Choice and Strategy Use Facilitate Preschoolers' Cognitive Flexibility

Allison O'LearyThe Ohio State University
Vladimir SloutskyThe Ohio State University

Abstract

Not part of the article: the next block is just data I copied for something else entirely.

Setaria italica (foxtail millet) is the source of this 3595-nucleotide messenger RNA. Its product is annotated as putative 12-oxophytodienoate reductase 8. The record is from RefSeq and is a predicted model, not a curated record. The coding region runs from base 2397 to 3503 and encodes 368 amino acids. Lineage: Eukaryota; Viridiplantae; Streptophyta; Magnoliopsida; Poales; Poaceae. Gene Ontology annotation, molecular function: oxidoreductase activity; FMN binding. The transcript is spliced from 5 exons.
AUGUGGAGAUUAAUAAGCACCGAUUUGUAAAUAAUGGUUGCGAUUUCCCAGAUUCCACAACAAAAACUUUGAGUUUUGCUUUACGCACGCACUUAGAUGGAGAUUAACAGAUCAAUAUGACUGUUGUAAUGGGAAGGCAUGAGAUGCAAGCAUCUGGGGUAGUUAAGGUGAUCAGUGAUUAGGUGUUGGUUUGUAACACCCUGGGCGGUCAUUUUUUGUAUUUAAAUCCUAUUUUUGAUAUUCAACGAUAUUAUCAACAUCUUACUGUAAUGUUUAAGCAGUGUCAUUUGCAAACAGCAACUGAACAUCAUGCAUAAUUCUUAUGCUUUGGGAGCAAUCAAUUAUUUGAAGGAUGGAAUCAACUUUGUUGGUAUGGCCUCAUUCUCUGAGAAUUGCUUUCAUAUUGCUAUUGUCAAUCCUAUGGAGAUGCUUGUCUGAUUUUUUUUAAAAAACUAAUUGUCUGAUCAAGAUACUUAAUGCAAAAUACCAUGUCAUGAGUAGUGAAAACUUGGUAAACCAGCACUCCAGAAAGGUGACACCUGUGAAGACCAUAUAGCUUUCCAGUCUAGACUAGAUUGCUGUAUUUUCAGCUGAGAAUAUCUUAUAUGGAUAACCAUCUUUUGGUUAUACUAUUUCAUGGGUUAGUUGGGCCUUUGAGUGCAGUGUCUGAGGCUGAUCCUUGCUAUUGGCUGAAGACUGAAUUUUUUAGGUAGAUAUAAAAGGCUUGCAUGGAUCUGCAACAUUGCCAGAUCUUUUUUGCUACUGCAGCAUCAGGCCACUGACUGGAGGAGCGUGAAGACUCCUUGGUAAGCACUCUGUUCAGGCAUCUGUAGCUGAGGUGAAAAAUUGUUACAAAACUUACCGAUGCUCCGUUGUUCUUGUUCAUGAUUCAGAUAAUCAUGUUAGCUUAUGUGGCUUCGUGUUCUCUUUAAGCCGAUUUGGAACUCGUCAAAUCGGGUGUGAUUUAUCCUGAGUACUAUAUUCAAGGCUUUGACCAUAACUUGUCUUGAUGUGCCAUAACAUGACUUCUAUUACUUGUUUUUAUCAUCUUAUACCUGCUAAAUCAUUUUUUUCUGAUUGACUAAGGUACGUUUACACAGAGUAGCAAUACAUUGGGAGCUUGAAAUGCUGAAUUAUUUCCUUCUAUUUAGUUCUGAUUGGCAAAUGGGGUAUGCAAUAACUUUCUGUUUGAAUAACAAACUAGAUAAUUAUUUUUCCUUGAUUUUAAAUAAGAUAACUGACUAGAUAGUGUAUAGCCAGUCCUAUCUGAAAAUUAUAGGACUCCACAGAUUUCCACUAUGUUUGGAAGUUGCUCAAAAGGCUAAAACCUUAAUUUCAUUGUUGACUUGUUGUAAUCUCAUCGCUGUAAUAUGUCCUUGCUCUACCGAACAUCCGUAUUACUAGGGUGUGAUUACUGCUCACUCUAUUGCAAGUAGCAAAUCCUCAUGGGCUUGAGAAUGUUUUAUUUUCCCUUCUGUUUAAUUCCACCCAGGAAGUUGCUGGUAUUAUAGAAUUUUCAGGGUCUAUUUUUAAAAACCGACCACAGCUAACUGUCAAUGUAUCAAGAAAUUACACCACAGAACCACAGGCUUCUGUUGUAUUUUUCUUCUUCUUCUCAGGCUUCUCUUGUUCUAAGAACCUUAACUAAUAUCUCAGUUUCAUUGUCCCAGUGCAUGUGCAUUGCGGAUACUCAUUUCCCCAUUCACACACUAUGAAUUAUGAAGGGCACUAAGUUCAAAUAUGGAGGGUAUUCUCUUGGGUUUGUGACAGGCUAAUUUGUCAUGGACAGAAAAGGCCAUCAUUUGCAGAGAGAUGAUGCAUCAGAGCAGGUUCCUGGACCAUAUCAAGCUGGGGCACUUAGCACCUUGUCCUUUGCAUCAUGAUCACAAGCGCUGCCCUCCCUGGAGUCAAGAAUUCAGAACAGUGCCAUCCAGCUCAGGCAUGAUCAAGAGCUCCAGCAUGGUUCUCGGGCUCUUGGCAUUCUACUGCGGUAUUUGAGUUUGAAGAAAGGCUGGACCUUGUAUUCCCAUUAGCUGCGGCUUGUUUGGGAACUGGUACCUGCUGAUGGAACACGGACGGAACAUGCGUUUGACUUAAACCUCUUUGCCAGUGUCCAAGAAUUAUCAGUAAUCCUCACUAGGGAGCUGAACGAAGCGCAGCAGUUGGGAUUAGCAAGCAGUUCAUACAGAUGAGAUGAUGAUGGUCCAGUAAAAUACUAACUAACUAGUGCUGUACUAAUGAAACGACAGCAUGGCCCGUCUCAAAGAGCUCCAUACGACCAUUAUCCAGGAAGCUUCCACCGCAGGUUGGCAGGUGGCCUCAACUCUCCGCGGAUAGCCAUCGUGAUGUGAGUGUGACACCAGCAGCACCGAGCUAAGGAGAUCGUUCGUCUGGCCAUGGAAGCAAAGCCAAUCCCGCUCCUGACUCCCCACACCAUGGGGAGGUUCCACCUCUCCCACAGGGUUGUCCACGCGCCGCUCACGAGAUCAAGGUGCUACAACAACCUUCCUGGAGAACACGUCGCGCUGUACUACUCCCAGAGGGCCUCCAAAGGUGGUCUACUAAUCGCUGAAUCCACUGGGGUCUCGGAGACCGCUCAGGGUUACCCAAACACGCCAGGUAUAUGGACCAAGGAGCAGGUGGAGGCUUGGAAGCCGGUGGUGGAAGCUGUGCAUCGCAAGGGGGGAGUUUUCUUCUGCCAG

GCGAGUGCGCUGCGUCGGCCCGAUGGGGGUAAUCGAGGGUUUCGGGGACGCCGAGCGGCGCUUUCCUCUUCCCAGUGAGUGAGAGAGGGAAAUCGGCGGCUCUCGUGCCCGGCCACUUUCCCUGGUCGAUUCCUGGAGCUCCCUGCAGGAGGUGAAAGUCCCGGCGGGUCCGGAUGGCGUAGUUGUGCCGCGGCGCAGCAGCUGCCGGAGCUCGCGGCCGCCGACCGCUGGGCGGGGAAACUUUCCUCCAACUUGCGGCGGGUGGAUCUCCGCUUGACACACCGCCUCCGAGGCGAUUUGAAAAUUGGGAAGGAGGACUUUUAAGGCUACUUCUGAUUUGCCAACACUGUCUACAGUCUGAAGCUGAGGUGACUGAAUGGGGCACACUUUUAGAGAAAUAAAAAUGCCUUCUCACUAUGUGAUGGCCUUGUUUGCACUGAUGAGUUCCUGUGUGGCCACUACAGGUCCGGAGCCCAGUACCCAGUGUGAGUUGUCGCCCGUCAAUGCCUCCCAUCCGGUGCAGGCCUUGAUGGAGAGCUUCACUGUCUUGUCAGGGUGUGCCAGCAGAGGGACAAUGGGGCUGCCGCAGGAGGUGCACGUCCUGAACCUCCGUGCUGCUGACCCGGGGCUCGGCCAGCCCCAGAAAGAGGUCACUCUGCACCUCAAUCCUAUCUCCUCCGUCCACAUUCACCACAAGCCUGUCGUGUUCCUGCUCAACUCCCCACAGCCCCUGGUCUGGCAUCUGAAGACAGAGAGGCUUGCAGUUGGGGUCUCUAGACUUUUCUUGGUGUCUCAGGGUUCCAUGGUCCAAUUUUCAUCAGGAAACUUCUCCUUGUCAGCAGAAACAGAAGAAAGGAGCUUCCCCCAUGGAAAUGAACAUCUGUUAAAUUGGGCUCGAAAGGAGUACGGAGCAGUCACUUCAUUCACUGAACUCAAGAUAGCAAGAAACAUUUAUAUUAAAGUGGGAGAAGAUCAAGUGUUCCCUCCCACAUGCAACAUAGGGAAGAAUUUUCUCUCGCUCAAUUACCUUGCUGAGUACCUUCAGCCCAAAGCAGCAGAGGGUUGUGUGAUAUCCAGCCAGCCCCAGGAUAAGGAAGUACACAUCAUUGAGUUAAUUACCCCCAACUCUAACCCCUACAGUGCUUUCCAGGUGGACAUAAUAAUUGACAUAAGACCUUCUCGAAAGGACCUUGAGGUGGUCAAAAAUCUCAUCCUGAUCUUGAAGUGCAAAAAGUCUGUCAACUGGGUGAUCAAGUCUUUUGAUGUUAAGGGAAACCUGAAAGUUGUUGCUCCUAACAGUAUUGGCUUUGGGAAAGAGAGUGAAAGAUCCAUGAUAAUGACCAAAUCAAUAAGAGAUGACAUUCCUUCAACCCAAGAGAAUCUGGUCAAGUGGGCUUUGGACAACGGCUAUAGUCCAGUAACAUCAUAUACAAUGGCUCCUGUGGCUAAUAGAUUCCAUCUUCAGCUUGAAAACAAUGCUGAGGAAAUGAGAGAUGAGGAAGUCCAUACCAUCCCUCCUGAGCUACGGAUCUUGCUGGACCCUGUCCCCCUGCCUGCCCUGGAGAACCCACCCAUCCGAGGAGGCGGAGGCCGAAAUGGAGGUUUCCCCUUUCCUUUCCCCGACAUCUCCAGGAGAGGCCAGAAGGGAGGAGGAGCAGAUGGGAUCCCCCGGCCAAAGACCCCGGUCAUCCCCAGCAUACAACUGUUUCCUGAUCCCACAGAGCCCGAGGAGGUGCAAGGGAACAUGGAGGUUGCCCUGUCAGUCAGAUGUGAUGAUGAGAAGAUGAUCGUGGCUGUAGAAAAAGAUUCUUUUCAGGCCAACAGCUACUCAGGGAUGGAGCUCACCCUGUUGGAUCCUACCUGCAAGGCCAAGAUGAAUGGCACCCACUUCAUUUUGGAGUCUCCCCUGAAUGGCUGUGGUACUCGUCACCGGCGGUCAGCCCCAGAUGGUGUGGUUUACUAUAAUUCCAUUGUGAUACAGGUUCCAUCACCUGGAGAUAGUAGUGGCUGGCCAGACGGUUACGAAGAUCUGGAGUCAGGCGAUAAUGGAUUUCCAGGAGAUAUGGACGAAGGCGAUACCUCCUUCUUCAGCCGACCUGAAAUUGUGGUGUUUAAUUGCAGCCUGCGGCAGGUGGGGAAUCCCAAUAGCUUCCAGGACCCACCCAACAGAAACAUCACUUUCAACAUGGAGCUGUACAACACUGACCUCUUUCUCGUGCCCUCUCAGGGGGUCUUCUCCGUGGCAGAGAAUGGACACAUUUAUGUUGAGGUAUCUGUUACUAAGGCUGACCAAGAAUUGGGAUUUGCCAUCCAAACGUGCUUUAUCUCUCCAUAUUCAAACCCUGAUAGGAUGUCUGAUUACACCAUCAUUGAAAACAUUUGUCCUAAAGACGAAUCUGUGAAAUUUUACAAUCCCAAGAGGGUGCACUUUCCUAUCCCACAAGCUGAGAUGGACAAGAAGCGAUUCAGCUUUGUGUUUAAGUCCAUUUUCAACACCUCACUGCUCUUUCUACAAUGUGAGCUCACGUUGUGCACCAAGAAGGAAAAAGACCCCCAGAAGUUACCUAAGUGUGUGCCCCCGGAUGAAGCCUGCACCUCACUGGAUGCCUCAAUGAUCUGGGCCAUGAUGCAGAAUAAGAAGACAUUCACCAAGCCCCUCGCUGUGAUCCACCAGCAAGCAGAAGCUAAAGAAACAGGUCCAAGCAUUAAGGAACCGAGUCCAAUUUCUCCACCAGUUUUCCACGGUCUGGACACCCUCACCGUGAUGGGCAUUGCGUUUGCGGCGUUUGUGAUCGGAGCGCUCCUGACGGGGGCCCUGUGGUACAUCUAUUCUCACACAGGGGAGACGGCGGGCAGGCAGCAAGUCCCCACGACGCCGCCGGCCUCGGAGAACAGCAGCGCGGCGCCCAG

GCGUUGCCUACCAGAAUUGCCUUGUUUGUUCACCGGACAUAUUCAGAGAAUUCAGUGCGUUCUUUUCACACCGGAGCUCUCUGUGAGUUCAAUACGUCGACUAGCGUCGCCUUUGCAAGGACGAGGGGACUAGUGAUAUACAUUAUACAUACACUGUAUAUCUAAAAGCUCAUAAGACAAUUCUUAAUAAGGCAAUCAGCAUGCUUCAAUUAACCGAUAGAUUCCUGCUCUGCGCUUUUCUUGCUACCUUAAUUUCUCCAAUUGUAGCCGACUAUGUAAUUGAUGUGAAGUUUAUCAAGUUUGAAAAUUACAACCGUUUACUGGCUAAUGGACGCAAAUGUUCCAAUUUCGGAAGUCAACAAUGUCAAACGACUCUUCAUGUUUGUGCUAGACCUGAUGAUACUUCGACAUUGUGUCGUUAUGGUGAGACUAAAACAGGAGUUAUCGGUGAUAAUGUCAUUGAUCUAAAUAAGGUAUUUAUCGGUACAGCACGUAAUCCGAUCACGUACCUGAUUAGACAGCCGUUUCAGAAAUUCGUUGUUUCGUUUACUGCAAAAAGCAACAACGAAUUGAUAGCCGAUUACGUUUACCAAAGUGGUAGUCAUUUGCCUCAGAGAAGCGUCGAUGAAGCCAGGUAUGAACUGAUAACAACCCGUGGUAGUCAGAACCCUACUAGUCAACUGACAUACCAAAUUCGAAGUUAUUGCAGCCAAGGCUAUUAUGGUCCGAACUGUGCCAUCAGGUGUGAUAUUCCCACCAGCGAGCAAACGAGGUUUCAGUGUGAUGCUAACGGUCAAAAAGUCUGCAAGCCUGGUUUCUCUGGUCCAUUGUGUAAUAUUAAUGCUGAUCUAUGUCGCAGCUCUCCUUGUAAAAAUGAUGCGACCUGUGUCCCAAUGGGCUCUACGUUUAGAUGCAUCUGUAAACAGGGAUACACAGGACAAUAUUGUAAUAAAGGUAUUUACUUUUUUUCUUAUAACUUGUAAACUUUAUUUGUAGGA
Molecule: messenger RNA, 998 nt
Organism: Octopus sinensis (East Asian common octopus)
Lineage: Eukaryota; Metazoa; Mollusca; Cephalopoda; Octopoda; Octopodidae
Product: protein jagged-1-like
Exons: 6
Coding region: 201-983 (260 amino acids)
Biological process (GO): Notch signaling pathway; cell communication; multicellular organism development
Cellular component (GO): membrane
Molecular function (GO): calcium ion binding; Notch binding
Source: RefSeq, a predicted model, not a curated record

In some cases, children perform better in tasks that allow them to make active choices. However, the cognitive mechanisms underlying this facilitation remain uninvestigated. One possibility is that choice aids children’s cognitive flexibility, which develops rapidly during the preschool period. In Experiment 1, we assessed whether 5-year-olds more flexibly switched tasks when allowed to choose when to switch. Overall, there was little evidence of facilitation. However, children who chose strategically (i.e., chose to stay with the same task rather than switch) outperformed children who were not allowed to choose. Experiment 2 assessed whether children’s ability to benefit from choice was related to their ability to monitor task difficulty and control task demands. For only those children allowed to choose between tasks, flexibility performance correlated with sensitivity to task difficulty in a separate measure. These findings suggest a possible association between children’s metacognitive ability and their ability to benefit from choice.

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